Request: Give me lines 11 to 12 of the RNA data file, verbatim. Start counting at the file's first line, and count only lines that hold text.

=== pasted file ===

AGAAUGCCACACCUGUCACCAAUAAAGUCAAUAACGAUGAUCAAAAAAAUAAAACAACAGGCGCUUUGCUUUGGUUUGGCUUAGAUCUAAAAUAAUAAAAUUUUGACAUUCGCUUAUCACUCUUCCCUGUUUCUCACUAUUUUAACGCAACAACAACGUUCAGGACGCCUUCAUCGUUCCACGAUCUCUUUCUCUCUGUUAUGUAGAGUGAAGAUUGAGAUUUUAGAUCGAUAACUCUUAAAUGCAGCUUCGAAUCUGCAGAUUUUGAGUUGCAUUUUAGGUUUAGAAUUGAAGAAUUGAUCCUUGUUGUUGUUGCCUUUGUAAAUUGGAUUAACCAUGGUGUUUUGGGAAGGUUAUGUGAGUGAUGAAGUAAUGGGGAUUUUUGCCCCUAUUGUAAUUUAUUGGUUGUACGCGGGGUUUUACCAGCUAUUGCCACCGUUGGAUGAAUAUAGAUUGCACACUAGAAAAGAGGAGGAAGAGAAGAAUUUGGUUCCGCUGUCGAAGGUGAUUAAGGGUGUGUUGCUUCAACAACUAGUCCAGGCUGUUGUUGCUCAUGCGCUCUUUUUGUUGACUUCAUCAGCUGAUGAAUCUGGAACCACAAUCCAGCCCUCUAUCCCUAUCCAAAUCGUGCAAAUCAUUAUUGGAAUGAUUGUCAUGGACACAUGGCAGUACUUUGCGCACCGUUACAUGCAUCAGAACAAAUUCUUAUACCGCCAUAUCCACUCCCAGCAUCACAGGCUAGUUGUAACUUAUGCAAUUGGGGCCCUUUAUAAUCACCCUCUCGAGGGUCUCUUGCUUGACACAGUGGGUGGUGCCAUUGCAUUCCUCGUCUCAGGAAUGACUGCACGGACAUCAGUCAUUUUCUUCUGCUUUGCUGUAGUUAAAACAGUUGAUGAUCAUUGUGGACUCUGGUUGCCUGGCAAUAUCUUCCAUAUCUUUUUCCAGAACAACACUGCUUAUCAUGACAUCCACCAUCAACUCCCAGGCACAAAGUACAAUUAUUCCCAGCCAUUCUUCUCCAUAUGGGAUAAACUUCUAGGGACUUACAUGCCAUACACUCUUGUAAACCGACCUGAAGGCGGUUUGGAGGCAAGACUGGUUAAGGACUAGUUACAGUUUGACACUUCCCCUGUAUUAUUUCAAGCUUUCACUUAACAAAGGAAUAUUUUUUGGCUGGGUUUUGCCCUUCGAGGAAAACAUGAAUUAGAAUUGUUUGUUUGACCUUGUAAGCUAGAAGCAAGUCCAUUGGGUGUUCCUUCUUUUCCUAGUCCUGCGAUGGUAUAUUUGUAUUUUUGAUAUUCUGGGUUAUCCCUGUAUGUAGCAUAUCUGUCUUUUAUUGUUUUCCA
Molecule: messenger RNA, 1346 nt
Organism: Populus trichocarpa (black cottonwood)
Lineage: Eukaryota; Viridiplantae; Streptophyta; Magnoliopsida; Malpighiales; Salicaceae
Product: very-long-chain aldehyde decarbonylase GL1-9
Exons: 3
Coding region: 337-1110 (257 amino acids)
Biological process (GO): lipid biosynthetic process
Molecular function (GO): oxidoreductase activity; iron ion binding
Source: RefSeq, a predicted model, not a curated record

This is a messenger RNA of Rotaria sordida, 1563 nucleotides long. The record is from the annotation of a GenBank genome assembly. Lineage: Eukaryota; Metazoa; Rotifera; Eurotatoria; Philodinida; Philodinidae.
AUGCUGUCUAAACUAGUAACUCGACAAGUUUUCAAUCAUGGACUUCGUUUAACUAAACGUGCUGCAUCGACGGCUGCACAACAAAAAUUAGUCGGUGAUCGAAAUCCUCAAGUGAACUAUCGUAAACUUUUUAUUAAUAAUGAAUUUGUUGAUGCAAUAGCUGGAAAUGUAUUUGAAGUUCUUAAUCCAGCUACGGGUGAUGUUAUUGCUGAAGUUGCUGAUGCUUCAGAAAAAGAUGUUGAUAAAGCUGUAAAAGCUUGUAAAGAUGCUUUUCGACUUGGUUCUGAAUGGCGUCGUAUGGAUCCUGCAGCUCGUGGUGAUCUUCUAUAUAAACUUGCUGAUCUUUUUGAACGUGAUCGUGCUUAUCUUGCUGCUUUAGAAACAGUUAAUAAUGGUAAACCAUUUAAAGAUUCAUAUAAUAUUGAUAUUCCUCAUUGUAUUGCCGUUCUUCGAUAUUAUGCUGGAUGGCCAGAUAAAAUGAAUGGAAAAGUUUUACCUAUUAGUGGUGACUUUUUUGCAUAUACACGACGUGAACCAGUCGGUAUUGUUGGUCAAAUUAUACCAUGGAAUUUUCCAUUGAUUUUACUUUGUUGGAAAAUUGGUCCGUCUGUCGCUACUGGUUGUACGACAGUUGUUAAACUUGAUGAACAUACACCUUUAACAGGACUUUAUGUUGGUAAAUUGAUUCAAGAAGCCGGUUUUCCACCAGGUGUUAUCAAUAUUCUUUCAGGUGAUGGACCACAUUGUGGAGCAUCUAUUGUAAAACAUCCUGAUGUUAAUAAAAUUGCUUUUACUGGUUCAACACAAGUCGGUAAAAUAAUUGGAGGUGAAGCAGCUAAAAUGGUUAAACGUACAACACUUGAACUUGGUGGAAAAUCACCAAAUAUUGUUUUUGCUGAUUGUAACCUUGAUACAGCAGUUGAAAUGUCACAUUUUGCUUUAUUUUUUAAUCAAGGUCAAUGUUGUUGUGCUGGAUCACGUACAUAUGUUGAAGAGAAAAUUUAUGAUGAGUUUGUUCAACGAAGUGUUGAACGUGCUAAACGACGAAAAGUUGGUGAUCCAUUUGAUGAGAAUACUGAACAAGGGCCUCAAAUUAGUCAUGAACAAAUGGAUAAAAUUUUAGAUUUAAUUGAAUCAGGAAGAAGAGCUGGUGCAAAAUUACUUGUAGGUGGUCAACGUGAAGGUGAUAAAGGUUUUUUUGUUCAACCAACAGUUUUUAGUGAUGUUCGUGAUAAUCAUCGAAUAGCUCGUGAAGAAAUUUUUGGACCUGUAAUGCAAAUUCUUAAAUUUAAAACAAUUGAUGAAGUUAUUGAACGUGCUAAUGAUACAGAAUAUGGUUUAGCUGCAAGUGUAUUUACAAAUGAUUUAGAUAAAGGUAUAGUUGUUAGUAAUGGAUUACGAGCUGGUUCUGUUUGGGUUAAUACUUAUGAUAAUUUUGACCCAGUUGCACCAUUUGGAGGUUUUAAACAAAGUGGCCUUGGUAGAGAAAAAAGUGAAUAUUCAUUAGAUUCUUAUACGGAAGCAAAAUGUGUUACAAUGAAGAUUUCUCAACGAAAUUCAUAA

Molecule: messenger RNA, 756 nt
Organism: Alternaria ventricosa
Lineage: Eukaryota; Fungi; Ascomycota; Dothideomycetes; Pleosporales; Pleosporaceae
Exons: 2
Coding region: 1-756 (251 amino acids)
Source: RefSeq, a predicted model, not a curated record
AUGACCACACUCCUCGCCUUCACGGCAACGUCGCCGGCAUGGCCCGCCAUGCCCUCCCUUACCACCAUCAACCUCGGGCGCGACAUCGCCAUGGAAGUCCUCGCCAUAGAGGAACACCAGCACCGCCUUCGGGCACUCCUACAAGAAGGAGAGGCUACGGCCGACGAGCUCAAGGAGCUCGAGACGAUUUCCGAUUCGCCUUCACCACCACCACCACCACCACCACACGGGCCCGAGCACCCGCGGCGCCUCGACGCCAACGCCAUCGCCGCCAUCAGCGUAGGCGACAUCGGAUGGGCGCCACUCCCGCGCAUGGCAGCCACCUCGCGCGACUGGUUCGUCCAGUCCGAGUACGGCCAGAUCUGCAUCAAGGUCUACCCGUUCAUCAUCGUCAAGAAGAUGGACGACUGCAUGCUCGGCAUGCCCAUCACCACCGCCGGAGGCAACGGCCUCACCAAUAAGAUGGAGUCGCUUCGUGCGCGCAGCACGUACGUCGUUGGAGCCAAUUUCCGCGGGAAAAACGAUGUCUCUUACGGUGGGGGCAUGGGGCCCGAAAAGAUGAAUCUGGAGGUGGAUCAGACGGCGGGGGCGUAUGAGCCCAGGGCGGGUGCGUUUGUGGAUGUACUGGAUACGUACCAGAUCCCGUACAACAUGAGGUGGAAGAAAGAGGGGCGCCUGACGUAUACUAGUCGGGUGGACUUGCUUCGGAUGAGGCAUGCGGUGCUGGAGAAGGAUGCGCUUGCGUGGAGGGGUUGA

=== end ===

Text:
This is a messenger RNA of Rotaria sordida, 1563 nucleotides long. The record is from the annotation of a GenBank genome assembly. Lineage: Eukaryota; Metazoa; Rotifera; Eurotatoria; Philodinida; Philodinidae.
AUGCUGUCUAAACUAGUAACUCGACAAGUUUUCAAUCAUGGACUUCGUUUAACUAAACGUGCUGCAUCGACGGCUGCACAACAAAAAUUAGUCGGUGAUCGAAAUCCUCAAGUGAACUAUCGUAAACUUUUUAUUAAUAAUGAAUUUGUUGAUGCAAUAGCUGGAAAUGUAUUUGAAGUUCUUAAUCCAGCUACGGGUGAUGUUAUUGCUGAAGUUGCUGAUGCUUCAGAAAAAGAUGUUGAUAAAGCUGUAAAAGCUUGUAAAGAUGCUUUUCGACUUGGUUCUGAAUGGCGUCGUAUGGAUCCUGCAGCUCGUGGUGAUCUUCUAUAUAAACUUGCUGAUCUUUUUGAACGUGAUCGUGCUUAUCUUGCUGCUUUAGAAACAGUUAAUAAUGGUAAACCAUUUAAAGAUUCAUAUAAUAUUGAUAUUCCUCAUUGUAUUGCCGUUCUUCGAUAUUAUGCUGGAUGGCCAGAUAAAAUGAAUGGAAAAGUUUUACCUAUUAGUGGUGACUUUUUUGCAUAUACACGACGUGAACCAGUCGGUAUUGUUGGUCAAAUUAUACCAUGGAAUUUUCCAUUGAUUUUACUUUGUUGGAAAAUUGGUCCGUCUGUCGCUACUGGUUGUACGACAGUUGUUAAACUUGAUGAACAUACACCUUUAACAGGACUUUAUGUUGGUAAAUUGAUUCAAGAAGCCGGUUUUCCACCAGGUGUUAUCAAUAUUCUUUCAGGUGAUGGACCACAUUGUGGAGCAUCUAUUGUAAAACAUCCUGAUGUUAAUAAAAUUGCUUUUACUGGUUCAACACAAGUCGGUAAAAUAAUUGGAGGUGAAGCAGCUAAAAUGGUUAAACGUACAACACUUGAACUUGGUGGAAAAUCACCAAAUAUUGUUUUUGCUGAUUGUAACCUUGAUACAGCAGUUGAAAUGUCACAUUUUGCUUUAUUUUUUAAUCAAGGUCAAUGUUGUUGUGCUGGAUCACGUACAUAUGUUGAAGAGAAAAUUUAUGAUGAGUUUGUUCAACGAAGUGUUGAACGUGCUAAACGACGAAAAGUUGGUGAUCCAUUUGAUGAGAAUACUGAACAAGGGCCUCAAAUUAGUCAUGAACAAAUGGAUAAAAUUUUAGAUUUAAUUGAAUCAGGAAGAAGAGCUGGUGCAAAAUUACUUGUAGGUGGUCAACGUGAAGGUGAUAAAGGUUUUUUUGUUCAACCAACAGUUUUUAGUGAUGUUCGUGAUAAUCAUCGAAUAGCUCGUGAAGAAAUUUUUGGACCUGUAAUGCAAAUUCUUAAAUUUAAAACAAUUGAUGAAGUUAUUGAACGUGCUAAUGAUACAGAAUAUGGUUUAGCUGCAAGUGUAUUUACAAAUGAUUUAGAUAAAGGUAUAGUUGUUAGUAAUGGAUUACGAGCUGGUUCUGUUUGGGUUAAUACUUAUGAUAAUUUUGACCCAGUUGCACCAUUUGGAGGUUUUAAACAAAGUGGCCUUGGUAGAGAAAAAAGUGAAUAUUCAUUAGAUUCUUAUACGGAAGCAAAAUGUGUUACAAUGAAGAUUUCUCAACGAAAUUCAUAA